What’s Wellness? The Three Pieces Of Financial Security
Amid all the growing concern about financial wellness, one basic question hasn’t been adequately answered: What is it?
That was one of the first quests of a financial wellness task force that LL Global pulled together in response to conditions brought on by the pandemic. The task force of 17 executives quickly realized when they started in July that there was not a good definition of financial wellness – so the key metric was missing.
“If you don't have a definition of wellness that everybody agrees on, you're not going be able to track it, measure it, and know whether or not you're improving on it,” said Alison Salka, LIMRA senior vice president and director, member benefits and research, who is helping lead the panel and is scheduled to discuss some findings during day two of the LIMRA, LOMA and LL Global virtual annual conference on Tuesday.
If you thought the definition was basically how you feel about your financial situation, you would be right. But only partly.
The task force found that financial wellness is actually a three-part test, based on research the panel reviewed.
“We decided that financial wellness really has three components,” said Salka, who will be a panelist with Juneen Kirk of PwC at “The Future of Financial Wellness.”
“One is an emotional component, being free from stress or being confident in your financial situation,” she said. “Another component is objective: Are you able to withstand unexpected expenses? Do you have security at the moment? And then the third element is being able to support goals and be able to plan for the future. You can manage beyond not just today, but also start thinking about and planning for the future.”
Under- and Overconfidence
Armed with the definition, the task force used a survey to gauge the current state of wellness with a survey.
The survey showed that four in 10 consumers considered themselves financially healthy; 45% thought they would be better off financially in the next 12 months, which Salka considered “refreshing optimism.”
But that optimism was not evenly distributed.
“If you're looking at those who are optimistic and those who consider themselves financially well, it's households that are earning over $100,000 or more, or those that are married, and those that are working with a financial advisor, and males actually,” Salka said. “So, there are a number of people who are optimistic, but those who are optimistic and those who are financially well, tend to be those who are in better positions or have access to resources like an advisor.”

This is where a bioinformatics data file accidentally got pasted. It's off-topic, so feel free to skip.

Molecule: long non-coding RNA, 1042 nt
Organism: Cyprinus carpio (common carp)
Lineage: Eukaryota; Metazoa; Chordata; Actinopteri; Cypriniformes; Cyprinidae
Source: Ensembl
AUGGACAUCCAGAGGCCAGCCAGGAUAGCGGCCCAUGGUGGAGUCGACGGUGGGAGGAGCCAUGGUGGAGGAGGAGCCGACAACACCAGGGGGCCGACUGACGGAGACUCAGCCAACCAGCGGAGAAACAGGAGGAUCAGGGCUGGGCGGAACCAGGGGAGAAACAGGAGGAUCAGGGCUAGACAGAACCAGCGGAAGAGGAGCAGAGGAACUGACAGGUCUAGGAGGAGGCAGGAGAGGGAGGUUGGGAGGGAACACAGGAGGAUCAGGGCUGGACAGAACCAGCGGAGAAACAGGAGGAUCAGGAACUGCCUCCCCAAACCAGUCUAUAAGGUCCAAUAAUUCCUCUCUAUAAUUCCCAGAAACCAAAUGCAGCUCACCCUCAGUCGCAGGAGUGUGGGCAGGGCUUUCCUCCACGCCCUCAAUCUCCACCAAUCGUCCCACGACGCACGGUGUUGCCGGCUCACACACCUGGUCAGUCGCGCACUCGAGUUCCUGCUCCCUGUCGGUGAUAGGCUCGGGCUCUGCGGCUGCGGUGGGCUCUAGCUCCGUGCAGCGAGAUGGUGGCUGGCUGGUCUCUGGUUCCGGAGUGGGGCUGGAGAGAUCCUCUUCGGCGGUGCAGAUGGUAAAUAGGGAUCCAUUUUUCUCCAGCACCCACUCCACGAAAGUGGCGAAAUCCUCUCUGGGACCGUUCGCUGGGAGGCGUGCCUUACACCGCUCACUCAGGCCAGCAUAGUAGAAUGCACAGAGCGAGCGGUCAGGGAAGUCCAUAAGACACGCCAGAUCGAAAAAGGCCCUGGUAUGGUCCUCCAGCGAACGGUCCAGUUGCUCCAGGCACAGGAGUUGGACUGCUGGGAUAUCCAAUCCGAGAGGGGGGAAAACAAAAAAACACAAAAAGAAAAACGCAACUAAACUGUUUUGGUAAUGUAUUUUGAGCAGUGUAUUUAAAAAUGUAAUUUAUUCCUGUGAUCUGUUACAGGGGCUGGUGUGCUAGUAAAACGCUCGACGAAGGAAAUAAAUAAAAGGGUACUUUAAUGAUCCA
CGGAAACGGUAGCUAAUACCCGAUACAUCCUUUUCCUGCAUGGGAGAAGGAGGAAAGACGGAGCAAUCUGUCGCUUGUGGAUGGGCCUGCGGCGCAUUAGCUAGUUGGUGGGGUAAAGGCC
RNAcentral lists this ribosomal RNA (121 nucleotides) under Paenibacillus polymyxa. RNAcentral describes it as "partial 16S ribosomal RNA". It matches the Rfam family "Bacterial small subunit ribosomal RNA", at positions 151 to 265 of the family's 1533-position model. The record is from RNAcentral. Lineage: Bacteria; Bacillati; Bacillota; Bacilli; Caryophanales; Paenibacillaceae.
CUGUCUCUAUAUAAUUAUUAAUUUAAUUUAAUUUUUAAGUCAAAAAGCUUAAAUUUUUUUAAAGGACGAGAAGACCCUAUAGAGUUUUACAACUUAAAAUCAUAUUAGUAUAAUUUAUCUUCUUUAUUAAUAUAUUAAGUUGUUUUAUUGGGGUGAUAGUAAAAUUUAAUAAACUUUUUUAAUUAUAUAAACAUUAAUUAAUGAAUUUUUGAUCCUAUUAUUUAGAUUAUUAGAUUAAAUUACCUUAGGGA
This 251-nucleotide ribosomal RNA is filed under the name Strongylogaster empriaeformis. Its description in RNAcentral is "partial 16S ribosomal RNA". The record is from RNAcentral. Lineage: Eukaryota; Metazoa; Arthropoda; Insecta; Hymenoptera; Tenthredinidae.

Some people are anxious because they are not certain of their financial health. One way they can determine that is through online tools if consumers don’t have access to an advisor. But that opens the door to another issue – the tools themselves.
Besides realizing that there was not a definition for financial wellness, the executives came upon another hard truth: the online financial tools that many companies are so proud of don’t really help consumers that much.
“Even when they're available either through their employer or through them doing a web search, that utilization is not as high as you would expect,” Salka said, “given how many people say they are financially strapped.”
Panelists came to the consensus that consumers aren't always aware of the tools that are available to them and getting them to use those tools has been a huge challenge. But even once they use them, consumers find out that the tools can be complicated.
“I think that the first generation of tools are excellent – if you had all of your financial records with you, if you could take the time to input all of them, and were willing to see that through,” Salka said. “But you have a finite attention span if it requires you to gather a lot of data. Now tools are more focused on, ‘You know what, I don't need to have the complete and total picture. I just need to get you something that's going to be personalized and help you make the next best decision.’"
Advisors, Employers And Next Steps
One of the next steps is bringing advisors and employers into the process.
The task force will be asking them about their perceptions of consumers’ financial wellness and what they have found helpful.
Task force members hope to glean best practices from those discussions that can be communicated broadly.
At this point, Salka said, the group’s research revealed gaps in financial wellness. Those would be groups with multiple challenges such as the sandwich generation, or any generation of women.
“I think there's an opportunity to reach out beyond those who are in a good position,” she said.
Subgroups will be pulling together ideas based on the research and conversations.
“Really what we're doing is a series of brainstorming and planning and research to understand what's valued so we can help the industry figure it out,” Salka said. “Because it's always been an important issue and I'd say it's more important than ever.”
Steven A. Morelli is editor-in-chief for InsuranceNewsNet. He has more than 25 years of experience as a reporter and editor for newspapers and magazines. He was also vice president of communications for an insurance agents’ association. Steve can be reached at [email protected]
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